Not exactly kosher, you know? Make them work off their medical bills or sell the babies. Doing both is double-dipping.

But that's just the tip of the iceberg. In this movie, we have three story threads: The personal journey of Philomena to find her child, the mystery of what happened to said child, and the personal journey of Sixsmith, the last being the traditional movie character arc, as Coogan morphs from a major asshole to a slightly-less major asshole.

It's a solid film. It suffers a little as one of its major twists and turns has to do with homosexual Republicans. The movie chooses to boggle at the notion rather than explore it in any depth, when the exploration could've led to greater understanding.

No, really.

I don't want to give anything away but since Coogan-via-Sixsmith is essentially the author of the story, and he has no concept of anything other than his worldview, at least that he can regard without contempt, a whole lot of interesting questions are never raised.

But as drama and an acting vehicle for the two, it's solid. The Boy also liked it quite a bit.

I just kept wanting to say:

She was only fifteen years old!


Tuesday, December 17, 2013


"Mistakes were made."

I tried to talk him out of it. The Boy wanted to see a matinee. We're tied up most days lately so he likes to take up a weekend day to see something. Problem is, we're in an awkward period where the arty movies we've been seeing all year are flooding the art houses, and the discount theater is full of stuff we've seen or didn't want to see.

And so: Carrie.

I have not, in fact, seen the original Carrie, despite being a Brian De Palma fan—at least until the Iraq War when he went full moonbat with the career-killing Redacted (US box office about on a par with the under-rated Nice Girls Don't Explode, though far less if you adjust for inflation).

Anyway, haven't seen it. I read the book, which is essentially a "found footage" approach in novel form, and which (like all of King's stuff) is highly derivative of some pretty hokey tropes, in this case, the school revenge picture.

The book, nonetheless, works, while this movie does not. I'm going to list a bunch of ways that it doesn't work before getting to what I think the key reason it doesn't work:

  • It's not the early '70s any more. It's not even the late '90s. Carrie is 18, meaning she was born in the sexually repressed days of...1995.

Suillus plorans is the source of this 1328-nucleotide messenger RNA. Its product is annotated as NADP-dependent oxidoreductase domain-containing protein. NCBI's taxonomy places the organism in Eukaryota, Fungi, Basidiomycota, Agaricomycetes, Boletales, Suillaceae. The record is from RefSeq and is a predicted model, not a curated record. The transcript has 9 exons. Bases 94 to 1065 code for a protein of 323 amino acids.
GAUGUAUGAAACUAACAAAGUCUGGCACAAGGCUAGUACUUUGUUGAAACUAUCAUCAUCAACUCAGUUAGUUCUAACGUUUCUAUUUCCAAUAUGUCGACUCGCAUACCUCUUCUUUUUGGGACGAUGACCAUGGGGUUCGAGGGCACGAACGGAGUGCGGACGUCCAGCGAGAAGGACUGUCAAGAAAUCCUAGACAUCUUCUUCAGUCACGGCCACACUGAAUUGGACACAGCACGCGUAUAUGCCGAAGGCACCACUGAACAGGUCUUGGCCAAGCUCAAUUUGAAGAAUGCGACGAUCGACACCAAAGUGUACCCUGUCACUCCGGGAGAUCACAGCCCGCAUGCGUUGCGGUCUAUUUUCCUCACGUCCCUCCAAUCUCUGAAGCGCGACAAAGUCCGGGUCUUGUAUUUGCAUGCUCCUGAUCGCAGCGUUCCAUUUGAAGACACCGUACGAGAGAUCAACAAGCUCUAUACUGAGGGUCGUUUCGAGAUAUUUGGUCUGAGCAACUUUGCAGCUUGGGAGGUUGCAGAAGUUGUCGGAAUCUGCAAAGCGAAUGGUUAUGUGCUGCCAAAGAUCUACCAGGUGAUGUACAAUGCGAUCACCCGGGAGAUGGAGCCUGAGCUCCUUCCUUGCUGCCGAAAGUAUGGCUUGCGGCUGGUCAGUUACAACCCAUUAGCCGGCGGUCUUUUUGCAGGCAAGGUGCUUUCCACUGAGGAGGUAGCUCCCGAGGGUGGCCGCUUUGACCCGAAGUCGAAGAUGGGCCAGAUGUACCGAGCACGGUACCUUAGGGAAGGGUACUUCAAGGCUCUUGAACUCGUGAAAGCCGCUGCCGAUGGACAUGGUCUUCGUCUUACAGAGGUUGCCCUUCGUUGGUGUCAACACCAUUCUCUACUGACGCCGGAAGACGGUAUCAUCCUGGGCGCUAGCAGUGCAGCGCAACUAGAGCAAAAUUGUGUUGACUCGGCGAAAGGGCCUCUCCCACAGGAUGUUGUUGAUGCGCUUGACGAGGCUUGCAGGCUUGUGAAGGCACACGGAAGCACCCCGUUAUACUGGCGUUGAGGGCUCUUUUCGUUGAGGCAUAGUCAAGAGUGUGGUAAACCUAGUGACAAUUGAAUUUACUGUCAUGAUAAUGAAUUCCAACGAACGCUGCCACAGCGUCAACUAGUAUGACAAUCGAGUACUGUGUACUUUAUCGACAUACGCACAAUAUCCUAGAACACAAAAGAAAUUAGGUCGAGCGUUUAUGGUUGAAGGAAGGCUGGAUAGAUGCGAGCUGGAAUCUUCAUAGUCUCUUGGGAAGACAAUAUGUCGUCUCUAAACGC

• Julianne Moore is 53, meaning she was a blushing bloom of...33 or 34...when she was impregnated. (OK, she's probably supposed to be younger, and just haggard looking but...Julianne Moore was Maude Lebowski back in '97!)
  • Actually, timeline-wise Carrie just about works as Maude and The Dude's love child. Heh.
  • Chloe Grace Moretz acts the part well but she recalls a young Scarlett Johannson. The clever thing here is that she was really 15 while her classmates are all late teens, early 20s, so the "late bloomer" effect works.
  • But still, she's ridiculously good looking. Sissy Spacek was cute, but not so cute that she didn't do a lot of "plain" girl stuff. Moretz will probably be a glamour goddess in a few years.
  • The characters are so broadly drawn as to be ridiculous. I don't remember anyone from the book except for—well, except for the mother, in fact. But nobody's accusing King of subtle characterization.
  • There's a scene where Carrie is thrown into her prayer closet, which is punctuated by the gruesome imagery of Jesus-on-the-cross which therein lays, making this a closet of horror. Except that if you'd been thrown into such a place your whole life, the imagery would be boring to you, not shocking or horrifying. 
  • The Christianity—there's no connection to it. It's probably less anti-religious than the original novel, but there's a lack of depth that brings with it a lack of resonance.
A lack of depth is basically a good way to describe this film, which is competently directed by Kimberly Pierce (pretty much out of work since her award winning Boys Don't Cry back in '99). It deals broadly in archetypes that were rusty when King used them in '73. (How many campus-geek-strikes-back movies were there in '50s?)

The problem is you really don't care. The Boy was just waiting for the climactic scene, which he thought was pretty well done, it's just that you have to watch the rest of the movie to see it, and it's not particularly spectacular or, on a visceral level, satisfying.

It doesn't really work on a human level, either. I actually don't believe the response to seeing someone drenched in blood would be laughter. This one follows that up with a video of the infamous shower scene, but it rings false. I think people'd be horrified.

So despite all the types, Carrie doesn't seem fragile enough, her mom doesn't seem evil enough, et cetera. I'm guessing that whatever flaws the De Palma version has, excessive restraint due to good taste is not among them.

But that's not what I think kills this flick. 

The book, as I mentioned, is in the "found footage" style: The story is told via newspaper clippings, diary entries, and so on. (Perhaps a clever way for a young writer to get around a lack of confidence in his own narrative ability?) The ending is a forgone conclusion from page one, just like the movie.

But the book works by instilling a sense of dread and suspense, that even though you know how it's all going to turn out, there are all these little moments that might go differently and change things.

It's a good trick. Better than relying on a twist or a Big Effect or whatever. You watch "Romeo and Juliet", hoping for a different outcome. 

There's none of that here. There's never any doubt what will happen. There's no tease, no suspense, it's all on rails, and then when it happens, it's sort of like, "Well, yeah, that'll happen."

It feels weirdly unearned.

Competent acting, though. I liked Judy Greer (sort of a pleasanter version of Vicki Lewis who's a pleasanter version of Kathy Griffin) as the kind gym coach, and Barry Henley as the principal. Competent direction. Dialogue's okay.